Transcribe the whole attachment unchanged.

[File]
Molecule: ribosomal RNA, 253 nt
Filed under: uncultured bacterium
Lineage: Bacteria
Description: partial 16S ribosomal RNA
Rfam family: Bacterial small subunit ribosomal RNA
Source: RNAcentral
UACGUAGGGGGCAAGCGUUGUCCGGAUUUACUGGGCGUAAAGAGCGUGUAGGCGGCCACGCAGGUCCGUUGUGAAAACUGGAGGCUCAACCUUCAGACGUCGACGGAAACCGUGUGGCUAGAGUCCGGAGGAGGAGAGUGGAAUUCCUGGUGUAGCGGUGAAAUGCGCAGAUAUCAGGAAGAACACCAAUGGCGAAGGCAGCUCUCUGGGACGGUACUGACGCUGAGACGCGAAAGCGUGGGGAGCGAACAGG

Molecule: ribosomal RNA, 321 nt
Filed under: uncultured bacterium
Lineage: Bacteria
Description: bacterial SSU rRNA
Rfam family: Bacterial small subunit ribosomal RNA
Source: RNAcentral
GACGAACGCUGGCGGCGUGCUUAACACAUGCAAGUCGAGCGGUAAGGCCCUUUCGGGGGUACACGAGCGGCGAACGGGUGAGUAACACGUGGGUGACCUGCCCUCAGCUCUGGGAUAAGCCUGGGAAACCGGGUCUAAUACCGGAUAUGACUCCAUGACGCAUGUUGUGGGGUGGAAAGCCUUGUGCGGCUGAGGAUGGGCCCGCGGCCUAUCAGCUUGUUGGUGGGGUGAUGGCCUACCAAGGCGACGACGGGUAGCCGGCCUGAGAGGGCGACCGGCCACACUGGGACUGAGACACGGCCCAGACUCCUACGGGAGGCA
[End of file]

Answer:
Molecule: ribosomal RNA, 253 nt
Filed under: uncultured bacterium
Lineage: Bacteria
Description: partial 16S ribosomal RNA
Rfam family: Bacterial small subunit ribosomal RNA
Source: RNAcentral
UACGUAGGGGGCAAGCGUUGUCCGGAUUUACUGGGCGUAAAGAGCGUGUAGGCGGCCACGCAGGUCCGUUGUGAAAACUGGAGGCUCAACCUUCAGACGUCGACGGAAACCGUGUGGCUAGAGUCCGGAGGAGGAGAGUGGAAUUCCUGGUGUAGCGGUGAAAUGCGCAGAUAUCAGGAAGAACACCAAUGGCGAAGGCAGCUCUCUGGGACGGUACUGACGCUGAGACGCGAAAGCGUGGGGAGCGAACAGG

Molecule: ribosomal RNA, 321 nt
Filed under: uncultured bacterium
Lineage: Bacteria
Description: bacterial SSU rRNA
Rfam family: Bacterial small subunit ribosomal RNA
Source: RNAcentral
GACGAACGCUGGCGGCGUGCUUAACACAUGCAAGUCGAGCGGUAAGGCCCUUUCGGGGGUACACGAGCGGCGAACGGGUGAGUAACACGUGGGUGACCUGCCCUCAGCUCUGGGAUAAGCCUGGGAAACCGGGUCUAAUACCGGAUAUGACUCCAUGACGCAUGUUGUGGGGUGGAAAGCCUUGUGCGGCUGAGGAUGGGCCCGCGGCCUAUCAGCUUGUUGGUGGGGUGAUGGCCUACCAAGGCGACGACGGGUAGCCGGCCUGAGAGGGCGACCGGCCACACUGGGACUGAGACACGGCCCAGACUCCUACGGGAGGCA